O lost

roth

I am listening to the audiobook of Zuckerman Unbound by Philip Roth. To me, early Roth is good; but The Professor of Desire is the first great novel, and only with The Ghost Writer, and its sequel, ZU, did Roth truly rocket upwards to the heights. My ears perked up at a moment in the text when a book is referenced in passing.

Carrying his books from one life into the next was nothing new to Zuckerman. He had left his family for Chicago in 1949 carrying in his suitcase the annotated works of Thomas Wolfe and Roget’s Thesaurus

The closest thing I can find online is one The Annotated Thomas Wolfe Bibliography, by John Bassett. Now I’m asking: is there actually an annotated works of Wolfe, or is it a fantasy book that only Zuckerman gets to read? Is Mr. Roth out there to answer? We know he reads the internet (everybody knows that Wikipedia is run by assholes, Mr. Roth. Welcome to 2013). If he’s anything like my grandfather was in retirement, he’s probably spending all of his time playing jacks on his computer.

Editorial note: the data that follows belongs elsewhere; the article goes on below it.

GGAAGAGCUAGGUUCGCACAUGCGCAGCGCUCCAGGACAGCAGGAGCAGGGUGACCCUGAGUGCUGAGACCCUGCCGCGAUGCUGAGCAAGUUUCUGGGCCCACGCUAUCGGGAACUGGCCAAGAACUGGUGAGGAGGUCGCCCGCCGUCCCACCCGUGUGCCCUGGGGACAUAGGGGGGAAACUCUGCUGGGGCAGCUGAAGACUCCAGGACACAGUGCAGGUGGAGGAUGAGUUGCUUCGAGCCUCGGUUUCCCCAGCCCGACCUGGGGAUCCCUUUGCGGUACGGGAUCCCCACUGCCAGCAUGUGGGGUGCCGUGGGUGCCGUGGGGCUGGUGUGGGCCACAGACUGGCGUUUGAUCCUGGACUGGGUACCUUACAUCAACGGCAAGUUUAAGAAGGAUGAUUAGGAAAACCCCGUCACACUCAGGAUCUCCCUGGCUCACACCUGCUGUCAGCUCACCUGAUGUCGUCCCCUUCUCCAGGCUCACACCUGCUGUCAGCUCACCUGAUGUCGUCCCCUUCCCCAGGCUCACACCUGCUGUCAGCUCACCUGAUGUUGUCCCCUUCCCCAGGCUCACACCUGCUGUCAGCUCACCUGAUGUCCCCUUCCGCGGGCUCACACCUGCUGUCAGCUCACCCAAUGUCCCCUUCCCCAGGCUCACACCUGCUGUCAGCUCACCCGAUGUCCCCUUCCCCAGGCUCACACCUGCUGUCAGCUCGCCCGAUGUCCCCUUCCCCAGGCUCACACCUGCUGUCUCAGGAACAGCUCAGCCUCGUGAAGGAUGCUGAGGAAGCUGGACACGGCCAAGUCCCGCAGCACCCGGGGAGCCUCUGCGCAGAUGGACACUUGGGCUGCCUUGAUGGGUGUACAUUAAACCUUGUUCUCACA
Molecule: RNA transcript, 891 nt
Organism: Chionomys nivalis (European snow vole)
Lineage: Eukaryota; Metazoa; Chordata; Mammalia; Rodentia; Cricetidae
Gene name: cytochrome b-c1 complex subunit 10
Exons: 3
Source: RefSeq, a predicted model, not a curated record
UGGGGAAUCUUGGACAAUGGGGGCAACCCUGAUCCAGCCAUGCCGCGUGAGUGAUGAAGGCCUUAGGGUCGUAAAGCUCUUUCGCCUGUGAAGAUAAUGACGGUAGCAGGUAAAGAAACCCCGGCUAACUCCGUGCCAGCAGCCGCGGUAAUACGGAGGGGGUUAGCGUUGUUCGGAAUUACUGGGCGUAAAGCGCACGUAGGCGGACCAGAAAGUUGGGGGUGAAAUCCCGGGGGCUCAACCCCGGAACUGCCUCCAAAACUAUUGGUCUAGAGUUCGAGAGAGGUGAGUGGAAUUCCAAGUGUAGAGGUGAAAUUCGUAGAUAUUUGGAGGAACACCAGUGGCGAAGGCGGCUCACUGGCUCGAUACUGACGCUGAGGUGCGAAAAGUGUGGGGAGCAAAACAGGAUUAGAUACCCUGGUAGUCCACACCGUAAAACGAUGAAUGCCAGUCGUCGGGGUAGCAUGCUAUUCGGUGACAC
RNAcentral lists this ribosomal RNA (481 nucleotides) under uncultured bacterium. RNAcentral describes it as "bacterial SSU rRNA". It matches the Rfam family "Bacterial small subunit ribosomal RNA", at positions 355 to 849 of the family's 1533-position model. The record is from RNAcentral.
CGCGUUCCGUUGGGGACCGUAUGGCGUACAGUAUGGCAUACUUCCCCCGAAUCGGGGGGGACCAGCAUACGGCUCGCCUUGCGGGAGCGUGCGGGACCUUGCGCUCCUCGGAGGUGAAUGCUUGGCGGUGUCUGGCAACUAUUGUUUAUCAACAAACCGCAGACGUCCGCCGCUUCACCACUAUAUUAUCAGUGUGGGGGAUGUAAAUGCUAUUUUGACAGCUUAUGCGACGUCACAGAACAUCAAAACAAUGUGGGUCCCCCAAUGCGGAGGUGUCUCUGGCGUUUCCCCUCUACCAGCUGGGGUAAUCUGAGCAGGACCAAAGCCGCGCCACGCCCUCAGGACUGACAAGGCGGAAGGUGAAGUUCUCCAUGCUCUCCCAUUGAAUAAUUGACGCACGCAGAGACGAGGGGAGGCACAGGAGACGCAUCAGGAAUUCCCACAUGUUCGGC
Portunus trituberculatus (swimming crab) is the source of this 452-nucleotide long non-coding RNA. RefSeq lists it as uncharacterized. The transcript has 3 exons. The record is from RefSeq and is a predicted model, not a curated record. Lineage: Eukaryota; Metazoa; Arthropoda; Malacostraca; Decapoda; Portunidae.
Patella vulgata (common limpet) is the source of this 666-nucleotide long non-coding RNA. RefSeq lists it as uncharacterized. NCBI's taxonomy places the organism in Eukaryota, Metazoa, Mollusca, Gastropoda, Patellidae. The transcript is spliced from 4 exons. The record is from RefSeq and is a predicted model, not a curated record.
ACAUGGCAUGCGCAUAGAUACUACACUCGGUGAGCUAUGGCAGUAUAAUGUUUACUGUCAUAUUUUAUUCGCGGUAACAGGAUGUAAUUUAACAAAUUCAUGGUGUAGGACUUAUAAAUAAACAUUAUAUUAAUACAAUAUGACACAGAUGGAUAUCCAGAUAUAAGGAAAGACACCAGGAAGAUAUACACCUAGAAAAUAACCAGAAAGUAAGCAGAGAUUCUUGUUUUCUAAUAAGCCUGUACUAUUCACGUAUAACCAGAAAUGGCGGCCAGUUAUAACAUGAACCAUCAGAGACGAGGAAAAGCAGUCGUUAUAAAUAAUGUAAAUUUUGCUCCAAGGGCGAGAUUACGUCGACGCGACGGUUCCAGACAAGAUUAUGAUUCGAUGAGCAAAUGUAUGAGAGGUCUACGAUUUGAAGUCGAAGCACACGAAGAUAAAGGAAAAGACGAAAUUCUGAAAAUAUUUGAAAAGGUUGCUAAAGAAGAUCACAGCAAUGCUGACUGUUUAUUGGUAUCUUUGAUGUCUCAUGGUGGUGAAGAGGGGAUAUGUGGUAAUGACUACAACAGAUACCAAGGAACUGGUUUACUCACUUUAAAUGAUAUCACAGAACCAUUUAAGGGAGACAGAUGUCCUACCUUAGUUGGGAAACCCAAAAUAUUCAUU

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Look Homeward Angel had a huge impact on my love of letters at a tender age. I have Of Time and the River on my shelf right here; and The Web and The Rock and You Can’t Go Home Again are stashed on my parents’ shelves. I haven’t been able to read them yet. Something about knowing that they are just fragments of “The October Fair,” Wolfe’s lost epic tale, makes the thought of cracking them open prematurely disappointing. But an annotated works would revive my flagging spirits just a tad, if it’s not just a figment of Roth’s fantasy.

And here’s another little reason why I find the loss of Wolfe’s original vision so sad. This list is just inside the front cover of Of Time in the River. It’s both a thrilling statement of Wolfe’s artistic ambition, and a really sad reminder of all that was lost when the original The October Fair was tossed à la baby-with-the-bathwater in favor of three autobiographical novels.

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